What happened during the Hamas 7 October attack on Israel?

On 7 October, hundreds of Hamas gunmen crossed from the Gaza Strip into southern Israel, breaking through the heavily guarded perimeter fence, landing by sea, and using paragliders.

It was the most serious cross-border attack against Israel in more than a generation.

The gunmen killed about 1,200 people, most of them civilians, in a series of raids on military posts, kibbutzim and a music festival, and took hostages back into Gaza.

The BBC has also seen and heard evidence of rape, sexual violence and mutilation of women during the Hamas attacks, Victims included children, teenagers and pensioners.

The attack came at a time of soaring Israeli-Palestinian tensions: 2023 has been the deadliest on record for Palestinians who live in the Israeli-occupied West Bank.

What is Hamas and what does it want?

Hamas is a Palestinian group which has run Gaza since 2007.

The name is an acronym for Harakat al-Muqawama al-Islamiya, which means Islamic Resistance Movement.

The group wants to destroy Israel and replace it with an Islamic state.

Its military wing, the Izzedine al-Qassam Brigades, is thought to have about 30,000 members.

Hamas has fought several wars with Israel since it took power, firing thousands of rockets into Israel and carrying out other deadly attacks.

In response, Israel has repeatedly attacked Hamas with air strikes, sending in troops in 2008 and 2014.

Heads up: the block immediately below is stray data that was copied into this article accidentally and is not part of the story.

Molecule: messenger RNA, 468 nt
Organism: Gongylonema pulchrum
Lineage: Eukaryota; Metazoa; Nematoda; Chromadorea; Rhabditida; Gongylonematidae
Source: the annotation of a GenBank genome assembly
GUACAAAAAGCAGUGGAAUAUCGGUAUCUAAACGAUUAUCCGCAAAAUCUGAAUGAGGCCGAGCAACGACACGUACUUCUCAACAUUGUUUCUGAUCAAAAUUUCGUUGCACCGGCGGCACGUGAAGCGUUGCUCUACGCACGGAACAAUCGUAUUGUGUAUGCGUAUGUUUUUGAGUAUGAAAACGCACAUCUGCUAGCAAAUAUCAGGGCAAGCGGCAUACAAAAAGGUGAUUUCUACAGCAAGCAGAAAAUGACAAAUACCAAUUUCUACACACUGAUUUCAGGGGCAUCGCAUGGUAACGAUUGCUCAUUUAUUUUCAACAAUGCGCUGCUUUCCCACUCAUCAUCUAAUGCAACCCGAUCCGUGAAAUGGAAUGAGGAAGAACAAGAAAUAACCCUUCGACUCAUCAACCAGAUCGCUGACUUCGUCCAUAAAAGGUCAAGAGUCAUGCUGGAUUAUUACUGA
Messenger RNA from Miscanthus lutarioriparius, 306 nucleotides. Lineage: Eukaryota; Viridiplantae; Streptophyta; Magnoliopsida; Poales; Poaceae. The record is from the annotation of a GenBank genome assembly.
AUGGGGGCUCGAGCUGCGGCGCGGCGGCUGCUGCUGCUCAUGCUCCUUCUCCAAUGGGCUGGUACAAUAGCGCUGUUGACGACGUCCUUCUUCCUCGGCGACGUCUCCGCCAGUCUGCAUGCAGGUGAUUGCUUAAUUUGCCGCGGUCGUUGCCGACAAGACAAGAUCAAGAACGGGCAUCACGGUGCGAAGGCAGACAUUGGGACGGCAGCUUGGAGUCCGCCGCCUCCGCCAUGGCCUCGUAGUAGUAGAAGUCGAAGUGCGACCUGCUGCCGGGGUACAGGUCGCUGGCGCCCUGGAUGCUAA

Hamas – or in some cases the al-Qassam Brigades – has been designated a terrorist group by Israel, the US, the EU and the UK, as well as other powers.

Iran backs the group, providing funding, weapons and training.

Where is the Gaza Strip and how big is it?

The Gaza Strip is a 41km (25-mile) long and 10km-wide territory located between Israel, Egypt and the Mediterranean Sea.

Previously occupied by Egypt, Gaza was captured by Israel during the 1967 Six-Day War.

Israel withdrew its troops and around 7,000 settlers from the territory in 2005.

Home to2.2 million people, the narrow strip is one of the most densely-populated areas in the world.

Just over three-quarters of Gaza’s population – some 1.7 million people – are registered refugees or descendants of refugees, according to the UN.

Before the latest conflict, more than 500,000 people lived in eight refugee camps located across the Strip.

Israel controls the air space over Gaza and its shoreline, and strictly limits the movement of people and goods.

What is Palestine?

The West Bank and Gaza are known as the Palestinian territories. Along with East Jerusalem and Israel, they formed part of a land known as Palestine from Roman times until the mid-20th Century.

In 1948, part of Palestine became Israel, which was recognised by the United Nations the following year. The West Bank (including East Jerusalem) and Gaza are recognised as Palestine by many countries and bodies, although it does not have member status at the UN.

Those who do not recognise Israel’s right to exist also still refer to all of the land as Palestine.

The Palestinian president is Mahmoud Abbas, also known as Abu Mazen. He is based in the West Bank, which is under Israeli occupation.

He has been the leader of the Palestinian Authority (PA) since 2005, and represents the Fatah political party – a bitter rival of Hamas.

Source : BBC